Normal Deviance – In praise of the GLM

In this column, we celebrate the success of the generalised linear model and explore why they are so popular. In its companion column, we’ll look at the model’s limitations and ask whether there are better alternatives.

I consider myself fortunate to have a job where I get to fit lots of models to solve a range of problems. The most class of model I use is the generalised linear model (GLMs), and I think that’s true for lots of people doing actuarial or analytics work. GLMs are a class of regression models that have become the de facto standard across insurance, government and many other industries. The definitive textbook was written in 1989 and the nineties saw widespread adoption that has endured.

Why have they proven so popular? Let’s run through the main reasons:

  • Flexible response variable: GLMs can model a wide range of outcomes including binary (did a customer leave?), count (how many crashes this year?) and continuous (what did the claim cost?). Having a common framework for such a range is powerful.
  • Multivariate accuracy: While taken for granted today, combining multiple effects in a way that produces consistent and accurate predictions was a big deal. Even today, GLMs give reliably good accuracy, often off the back of relatively few parameters.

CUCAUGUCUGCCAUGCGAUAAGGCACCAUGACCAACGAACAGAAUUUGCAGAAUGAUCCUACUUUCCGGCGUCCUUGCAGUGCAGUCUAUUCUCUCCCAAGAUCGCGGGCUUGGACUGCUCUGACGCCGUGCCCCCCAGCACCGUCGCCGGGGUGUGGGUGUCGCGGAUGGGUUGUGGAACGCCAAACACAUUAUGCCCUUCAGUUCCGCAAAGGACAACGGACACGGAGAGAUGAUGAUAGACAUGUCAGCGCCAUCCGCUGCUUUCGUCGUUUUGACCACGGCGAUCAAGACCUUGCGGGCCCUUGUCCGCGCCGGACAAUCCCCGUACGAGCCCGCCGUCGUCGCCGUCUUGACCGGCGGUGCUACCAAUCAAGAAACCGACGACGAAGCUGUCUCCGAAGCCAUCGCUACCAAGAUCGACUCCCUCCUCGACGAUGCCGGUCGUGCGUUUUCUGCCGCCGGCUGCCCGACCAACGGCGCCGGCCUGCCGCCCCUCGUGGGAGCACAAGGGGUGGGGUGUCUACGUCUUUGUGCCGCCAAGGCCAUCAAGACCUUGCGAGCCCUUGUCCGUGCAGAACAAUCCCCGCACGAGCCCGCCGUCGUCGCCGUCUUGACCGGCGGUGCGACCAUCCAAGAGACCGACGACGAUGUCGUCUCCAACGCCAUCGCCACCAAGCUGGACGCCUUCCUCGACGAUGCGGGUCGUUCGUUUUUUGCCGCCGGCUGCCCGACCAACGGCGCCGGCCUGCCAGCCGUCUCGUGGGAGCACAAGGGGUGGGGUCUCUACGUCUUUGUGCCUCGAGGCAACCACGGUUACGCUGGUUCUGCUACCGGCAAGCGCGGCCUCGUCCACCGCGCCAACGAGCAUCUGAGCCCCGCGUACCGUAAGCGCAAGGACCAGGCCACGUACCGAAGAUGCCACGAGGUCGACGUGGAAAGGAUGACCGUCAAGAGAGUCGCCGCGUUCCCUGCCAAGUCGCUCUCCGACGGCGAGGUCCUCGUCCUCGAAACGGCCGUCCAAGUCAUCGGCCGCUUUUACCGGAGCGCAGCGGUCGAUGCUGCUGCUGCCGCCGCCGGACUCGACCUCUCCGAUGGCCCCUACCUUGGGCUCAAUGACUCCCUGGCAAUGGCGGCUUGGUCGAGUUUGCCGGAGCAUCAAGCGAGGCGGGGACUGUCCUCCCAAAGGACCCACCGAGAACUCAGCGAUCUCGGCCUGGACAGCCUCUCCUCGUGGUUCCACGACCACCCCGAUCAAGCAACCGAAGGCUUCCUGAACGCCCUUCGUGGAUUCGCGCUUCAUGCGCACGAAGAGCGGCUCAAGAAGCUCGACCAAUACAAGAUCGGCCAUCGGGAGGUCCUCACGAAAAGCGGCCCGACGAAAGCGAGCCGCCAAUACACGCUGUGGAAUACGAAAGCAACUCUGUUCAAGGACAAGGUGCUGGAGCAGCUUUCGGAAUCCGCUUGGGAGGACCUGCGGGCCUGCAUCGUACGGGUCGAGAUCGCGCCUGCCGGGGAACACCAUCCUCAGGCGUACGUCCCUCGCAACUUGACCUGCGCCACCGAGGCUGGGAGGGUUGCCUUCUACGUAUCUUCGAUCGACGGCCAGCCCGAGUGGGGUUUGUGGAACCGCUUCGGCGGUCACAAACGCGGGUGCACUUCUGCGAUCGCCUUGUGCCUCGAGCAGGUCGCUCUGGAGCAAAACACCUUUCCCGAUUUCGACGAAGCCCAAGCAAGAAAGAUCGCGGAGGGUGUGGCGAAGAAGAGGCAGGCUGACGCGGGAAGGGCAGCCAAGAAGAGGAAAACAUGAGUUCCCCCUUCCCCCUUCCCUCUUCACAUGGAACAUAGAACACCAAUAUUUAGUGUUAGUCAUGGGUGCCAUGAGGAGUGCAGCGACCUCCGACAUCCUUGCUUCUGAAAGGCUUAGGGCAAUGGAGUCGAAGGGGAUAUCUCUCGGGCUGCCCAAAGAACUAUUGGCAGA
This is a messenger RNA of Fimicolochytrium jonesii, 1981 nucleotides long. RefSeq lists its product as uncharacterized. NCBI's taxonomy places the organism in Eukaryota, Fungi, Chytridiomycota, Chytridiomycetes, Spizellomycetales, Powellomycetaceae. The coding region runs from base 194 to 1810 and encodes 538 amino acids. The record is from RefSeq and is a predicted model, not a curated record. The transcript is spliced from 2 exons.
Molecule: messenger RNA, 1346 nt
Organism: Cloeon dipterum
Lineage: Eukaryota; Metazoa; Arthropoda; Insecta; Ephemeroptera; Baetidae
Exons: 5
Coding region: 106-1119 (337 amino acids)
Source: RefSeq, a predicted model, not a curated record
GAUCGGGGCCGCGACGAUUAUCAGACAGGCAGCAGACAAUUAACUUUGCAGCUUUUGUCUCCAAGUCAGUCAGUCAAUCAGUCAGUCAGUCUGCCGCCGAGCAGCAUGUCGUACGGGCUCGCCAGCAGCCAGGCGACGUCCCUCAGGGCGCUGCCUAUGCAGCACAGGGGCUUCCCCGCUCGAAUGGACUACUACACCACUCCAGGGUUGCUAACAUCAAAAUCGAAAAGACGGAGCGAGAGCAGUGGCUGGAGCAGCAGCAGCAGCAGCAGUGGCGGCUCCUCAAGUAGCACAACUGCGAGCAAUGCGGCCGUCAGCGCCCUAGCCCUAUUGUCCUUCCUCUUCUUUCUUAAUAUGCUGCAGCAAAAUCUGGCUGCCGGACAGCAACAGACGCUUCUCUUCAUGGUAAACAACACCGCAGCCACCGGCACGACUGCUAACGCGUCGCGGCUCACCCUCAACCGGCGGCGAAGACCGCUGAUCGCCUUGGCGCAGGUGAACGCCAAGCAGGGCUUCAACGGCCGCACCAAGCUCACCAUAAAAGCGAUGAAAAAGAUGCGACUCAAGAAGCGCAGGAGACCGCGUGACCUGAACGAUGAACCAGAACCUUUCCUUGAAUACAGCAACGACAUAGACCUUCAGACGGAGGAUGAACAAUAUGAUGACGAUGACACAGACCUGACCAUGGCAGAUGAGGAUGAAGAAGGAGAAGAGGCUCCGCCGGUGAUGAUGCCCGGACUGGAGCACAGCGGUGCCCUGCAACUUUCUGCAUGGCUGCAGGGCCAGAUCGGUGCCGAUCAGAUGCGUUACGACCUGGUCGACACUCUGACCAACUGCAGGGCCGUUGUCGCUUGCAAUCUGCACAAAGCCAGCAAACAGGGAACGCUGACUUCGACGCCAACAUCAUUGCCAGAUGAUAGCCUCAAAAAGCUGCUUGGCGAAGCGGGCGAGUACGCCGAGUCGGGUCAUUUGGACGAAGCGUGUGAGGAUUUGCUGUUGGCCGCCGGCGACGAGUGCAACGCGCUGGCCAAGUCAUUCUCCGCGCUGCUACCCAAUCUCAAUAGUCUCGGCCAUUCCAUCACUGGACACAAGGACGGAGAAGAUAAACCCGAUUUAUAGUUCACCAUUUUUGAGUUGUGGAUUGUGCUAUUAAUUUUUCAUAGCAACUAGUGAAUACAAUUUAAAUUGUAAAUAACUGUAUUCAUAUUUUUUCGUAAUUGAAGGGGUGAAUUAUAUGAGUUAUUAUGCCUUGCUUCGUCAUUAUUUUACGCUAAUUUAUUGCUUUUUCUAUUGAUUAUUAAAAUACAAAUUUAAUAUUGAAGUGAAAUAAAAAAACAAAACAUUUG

• Inference: The ability to formally test hypotheses, including the statistical significance of a predictor variable, is important. It means model can be used to generate insight as well as predict. Often being able to say an effect is not important is just as useful as finding something that is.
  • User control: Perhaps more than any other multivariate modelling approach, the user oversees the crafting of effects in a GLM. This allows as us to impose constraints on the model (such as smoothness or monotonicity of an effect). This can be useful when it comes to model updates too—the same structure can be imposed on new data.
  • Explanation and interpretation: Because a GLM is typically a smallish set of parameters, effects can be given a clean interpretation as to how it impacts the predictor (‘each year of age adds 2% to claim cost’).
  • Extensibility: Linear models and their GLM extensions have become a natural starting point to extend how we model. For example, GAMs are a variant that automate nonlinear predictor effects, while penalised regression approaches such as the lasso have allowed regression models to be applied to datasets with more predictors. Mixed models allow random effects with priors to be incorporated. The GLM framework remains an important starting point for research and development.

Few other predictive algorithms have as much to commend them. In fact, many modern algorithms could be improved by adding in some of the strengths enjoyed by the GLM. Regardless, I think the GLM will remain a reliable workhorse for many years to come.

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